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Sunday, January 16, 2011

A Timely Birth (Exodus 2, Acts 7)

Sermon by: Robert Austell
January 16, 2011
Some Music Used 
Cong. Song: "Your Grace is Enough" (Maher
Anthem: "If You Search with all Your Heart" (Courtney)
Cong. Song: "Mighty to Save" (Morgan, Fielding)

A Timely Birth
Texts: Exodus 1:22-2:10; Acts 7:17-21

(download) **Sermon audio is also accessible as a free podcast in iTunes - search for "Good Shepherd Sermons or Robert Austell"**

Today we are continuing in the story of the Exodus. Last week we began in Exodus 1 and saw two themes which will carry through the whole study of Exodus. The first is that God’s purpose cannot be thwarted by human sin or disobedience, or by the forces of evil. If anything, the Exodus story surely puts that claim to the test, but God emerges victorious and faithful. The second theme, seen in the faithful actions of the midwives who feared God more than Pharaoh, is that even in the most oppressive and sin-filled situations, there is always a godly or faithful choice that can be made, though it may be a costly one.

We ended Exodus 1 with the Pharaoh issuing a decree that every son born to the Hebrew people was to be killed. And this is the context for the birth of Moses, which we will look at today. The questions this text will raise for us are these:

What does it mean for us today to talk about and seek “God’s purpose?”

What hope do we have that God will defend or help us when the world or life itself seems to be stacked against us?

The Promise to Abraham

Last week I described the covenant with Abraham. It’s something I can’t emphasize or repeat enough because that covenant is so central to understanding the Bible, Old AND New Testaments. If you want to read it for yourself, Abraham’s story is in Genesis, chapters 12-25. God promises Abraham land, descendants, and blessing to bless the world. And this was not a contract – “if you fulfill your part, I’ll fulfill mine.” It was a covenant – “till death do us part” language; and in God’s case, it was everlasting because God is everlasting. So even after Abraham’s death, God was fulfilling the covenant promises, to Abraham’s children and their children.

I noted last week that though Joseph’s brothers meant evil to Joseph, God used it for good and blessed Joseph and his household along with many Hebrew and non-Hebrew people of his time. God blessed Joseph to come to power in Egypt so that the devastation of a famine could be averted. That was God keeping one of His covenant promises. And then the Hebrew people grew from 70 male relatives to almost two million while in Egypt. Despite horrible suffering and persecution, God kept His covenant promise to multiply Abraham’s descendants.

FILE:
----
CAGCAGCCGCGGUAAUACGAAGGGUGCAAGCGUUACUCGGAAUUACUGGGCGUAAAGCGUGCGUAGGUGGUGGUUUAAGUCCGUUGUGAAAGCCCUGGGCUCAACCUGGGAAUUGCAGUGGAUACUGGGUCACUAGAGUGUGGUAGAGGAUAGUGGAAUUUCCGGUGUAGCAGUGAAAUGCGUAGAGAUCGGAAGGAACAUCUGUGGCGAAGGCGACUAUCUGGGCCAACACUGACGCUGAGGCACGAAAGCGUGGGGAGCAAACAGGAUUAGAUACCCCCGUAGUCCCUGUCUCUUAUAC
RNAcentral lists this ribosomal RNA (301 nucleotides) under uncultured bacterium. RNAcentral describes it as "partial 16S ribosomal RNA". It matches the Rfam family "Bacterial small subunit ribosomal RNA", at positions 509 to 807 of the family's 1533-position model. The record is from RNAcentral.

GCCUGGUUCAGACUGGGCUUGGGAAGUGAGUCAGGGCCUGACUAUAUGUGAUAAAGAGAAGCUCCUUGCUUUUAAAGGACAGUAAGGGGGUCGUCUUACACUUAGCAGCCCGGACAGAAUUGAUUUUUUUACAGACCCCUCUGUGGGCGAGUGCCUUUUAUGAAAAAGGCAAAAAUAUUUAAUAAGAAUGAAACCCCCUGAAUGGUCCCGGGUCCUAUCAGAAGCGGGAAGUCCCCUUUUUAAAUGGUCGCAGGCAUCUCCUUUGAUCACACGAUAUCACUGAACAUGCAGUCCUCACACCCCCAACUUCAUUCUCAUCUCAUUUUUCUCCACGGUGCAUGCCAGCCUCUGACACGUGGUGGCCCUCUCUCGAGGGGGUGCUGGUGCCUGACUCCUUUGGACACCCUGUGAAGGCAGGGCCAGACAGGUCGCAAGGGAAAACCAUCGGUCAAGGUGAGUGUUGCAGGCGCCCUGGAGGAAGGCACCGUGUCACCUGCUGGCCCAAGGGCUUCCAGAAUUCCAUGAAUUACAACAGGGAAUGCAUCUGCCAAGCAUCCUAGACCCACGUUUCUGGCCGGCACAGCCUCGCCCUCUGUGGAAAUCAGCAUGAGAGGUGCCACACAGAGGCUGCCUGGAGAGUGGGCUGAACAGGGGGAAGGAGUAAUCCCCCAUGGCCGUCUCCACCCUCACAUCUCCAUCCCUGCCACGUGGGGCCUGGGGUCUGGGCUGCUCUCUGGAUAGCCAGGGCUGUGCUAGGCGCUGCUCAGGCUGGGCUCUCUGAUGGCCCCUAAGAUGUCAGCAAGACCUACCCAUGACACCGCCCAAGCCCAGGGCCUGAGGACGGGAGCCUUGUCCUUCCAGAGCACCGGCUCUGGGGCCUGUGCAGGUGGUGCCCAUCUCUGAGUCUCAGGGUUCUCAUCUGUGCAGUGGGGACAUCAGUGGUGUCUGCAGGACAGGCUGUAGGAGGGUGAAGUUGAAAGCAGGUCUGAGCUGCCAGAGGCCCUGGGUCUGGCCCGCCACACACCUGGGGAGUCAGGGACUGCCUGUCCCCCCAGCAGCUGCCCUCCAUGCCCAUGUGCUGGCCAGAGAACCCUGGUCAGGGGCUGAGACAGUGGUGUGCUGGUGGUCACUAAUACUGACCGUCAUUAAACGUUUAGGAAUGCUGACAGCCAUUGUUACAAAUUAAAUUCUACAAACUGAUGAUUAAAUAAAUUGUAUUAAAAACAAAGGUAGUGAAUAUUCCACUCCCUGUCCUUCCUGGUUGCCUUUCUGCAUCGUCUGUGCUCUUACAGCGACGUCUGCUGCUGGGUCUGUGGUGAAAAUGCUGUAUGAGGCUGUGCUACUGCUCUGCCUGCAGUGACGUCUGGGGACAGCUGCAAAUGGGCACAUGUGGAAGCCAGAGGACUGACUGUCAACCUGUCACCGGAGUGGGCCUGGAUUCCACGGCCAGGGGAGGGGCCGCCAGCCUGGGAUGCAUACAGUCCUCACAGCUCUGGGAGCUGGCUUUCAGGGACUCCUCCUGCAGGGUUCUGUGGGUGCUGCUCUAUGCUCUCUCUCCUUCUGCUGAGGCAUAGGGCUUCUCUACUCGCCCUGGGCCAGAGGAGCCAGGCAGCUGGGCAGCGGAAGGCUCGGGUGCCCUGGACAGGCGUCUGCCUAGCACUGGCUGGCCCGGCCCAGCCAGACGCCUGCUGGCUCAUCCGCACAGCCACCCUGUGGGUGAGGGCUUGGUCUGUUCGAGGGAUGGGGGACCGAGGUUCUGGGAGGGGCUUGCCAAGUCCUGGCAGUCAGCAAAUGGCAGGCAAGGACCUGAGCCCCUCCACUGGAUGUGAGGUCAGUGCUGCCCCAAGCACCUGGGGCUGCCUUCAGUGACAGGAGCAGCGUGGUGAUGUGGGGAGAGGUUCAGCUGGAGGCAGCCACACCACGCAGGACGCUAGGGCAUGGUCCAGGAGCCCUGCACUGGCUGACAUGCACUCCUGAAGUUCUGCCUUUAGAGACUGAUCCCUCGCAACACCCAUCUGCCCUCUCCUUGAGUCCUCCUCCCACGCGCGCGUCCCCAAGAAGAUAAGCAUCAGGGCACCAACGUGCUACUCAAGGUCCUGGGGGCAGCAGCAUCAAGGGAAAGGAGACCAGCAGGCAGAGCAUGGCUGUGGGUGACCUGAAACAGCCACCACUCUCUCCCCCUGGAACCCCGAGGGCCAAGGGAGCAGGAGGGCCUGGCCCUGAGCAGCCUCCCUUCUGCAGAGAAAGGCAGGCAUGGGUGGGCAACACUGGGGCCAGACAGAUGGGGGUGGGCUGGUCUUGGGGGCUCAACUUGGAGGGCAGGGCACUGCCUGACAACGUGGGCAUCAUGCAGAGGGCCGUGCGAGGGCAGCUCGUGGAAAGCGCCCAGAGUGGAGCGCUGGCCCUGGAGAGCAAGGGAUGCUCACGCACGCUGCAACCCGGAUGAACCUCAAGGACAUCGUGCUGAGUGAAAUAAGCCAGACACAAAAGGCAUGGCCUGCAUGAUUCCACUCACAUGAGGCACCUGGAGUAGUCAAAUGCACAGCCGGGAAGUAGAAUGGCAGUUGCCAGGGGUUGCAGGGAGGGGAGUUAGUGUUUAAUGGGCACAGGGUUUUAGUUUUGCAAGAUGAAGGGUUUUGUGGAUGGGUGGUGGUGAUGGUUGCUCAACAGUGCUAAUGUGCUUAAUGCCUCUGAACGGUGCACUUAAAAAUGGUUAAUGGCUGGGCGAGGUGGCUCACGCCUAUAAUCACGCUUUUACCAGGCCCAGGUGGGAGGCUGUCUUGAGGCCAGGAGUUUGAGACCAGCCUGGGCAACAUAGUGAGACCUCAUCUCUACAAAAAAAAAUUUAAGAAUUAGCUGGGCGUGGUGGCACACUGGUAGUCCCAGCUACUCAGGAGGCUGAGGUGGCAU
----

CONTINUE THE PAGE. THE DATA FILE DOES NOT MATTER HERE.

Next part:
The text you heard from Acts 7 comes from the first martyr, Stephen, who is recounting the story of God’s faithfulness that was fulfilled in Jesus Christ. Stephen summarizes what was happening in Exodus 1 by also explicitly linking it to the covenant with Abraham: “As the time of the promise was approaching which God had assured to Abraham, the people increased and multiplied in Egypt.”

And though God had blessed Joseph and his family and had multiplied Abraham’s children, the persecution and suffering had also increased, surely raising the question for the reader, not to mention the people living through it: would God provide a Deliverer after all?

Stephen tells us in v. 20, “It was at this time that Moses was born…” But what a time it was. By any human reckoning it was long-overdue and against all odds and powers. But the message of Exodus and Stephen in Acts was that it was God’s timing, which was the right timing.

A Protected Purpose (note 1)

Remember the big theme from last week? God’s purpose cannot be thwarted by evil or human sin or disobedience. If any scenario would put that to the test, it was the birth of Moses.

The persecution and oppression of the Hebrew people was at an all-time peak. The Pharaoh had just ordered a purge – selective genocide – of all the male infants born to the Hebrews. Besides the murderous implications of that, it also meant that a generation of Hebrew girls would grow up with two alternatives and probably no choices: either be childless or bear children with an Egyptian. Within a generation, the distinct Hebrew people (for whom distinctiveness was primary as God’s covenant people) would disappear.

But look what God does. He raises up a priest – a child born to a man and woman of the house of Levi, the priestly tribe. Tuck that detail away, for later he will be mediator and lawgiver for God’s people. They hide the baby as long as they can – for three months – but then are not able to hide him any longer… perhaps the crying or the need for food or the inability to sustain the secret. So they put him in a wicker basket, cover it with tar and pitch, and put it among the reeds of the Nile (v. 3). And the older sister waits and watches to see what will happen.

Now I don’t know how they came up with that plan – the story doesn’t tell us. But I know they didn’t surrender the baby to the Egyptians who would have been enforcing the Pharaoh’s decree. That was a faithful choice. My best guess is that they prayed with all their heart and used their best parental wisdom absent any direct instruction from the Lord, trusting that God’s will would be accomplished. Sometimes, that’s just the best you can do when you are at the end of your choices.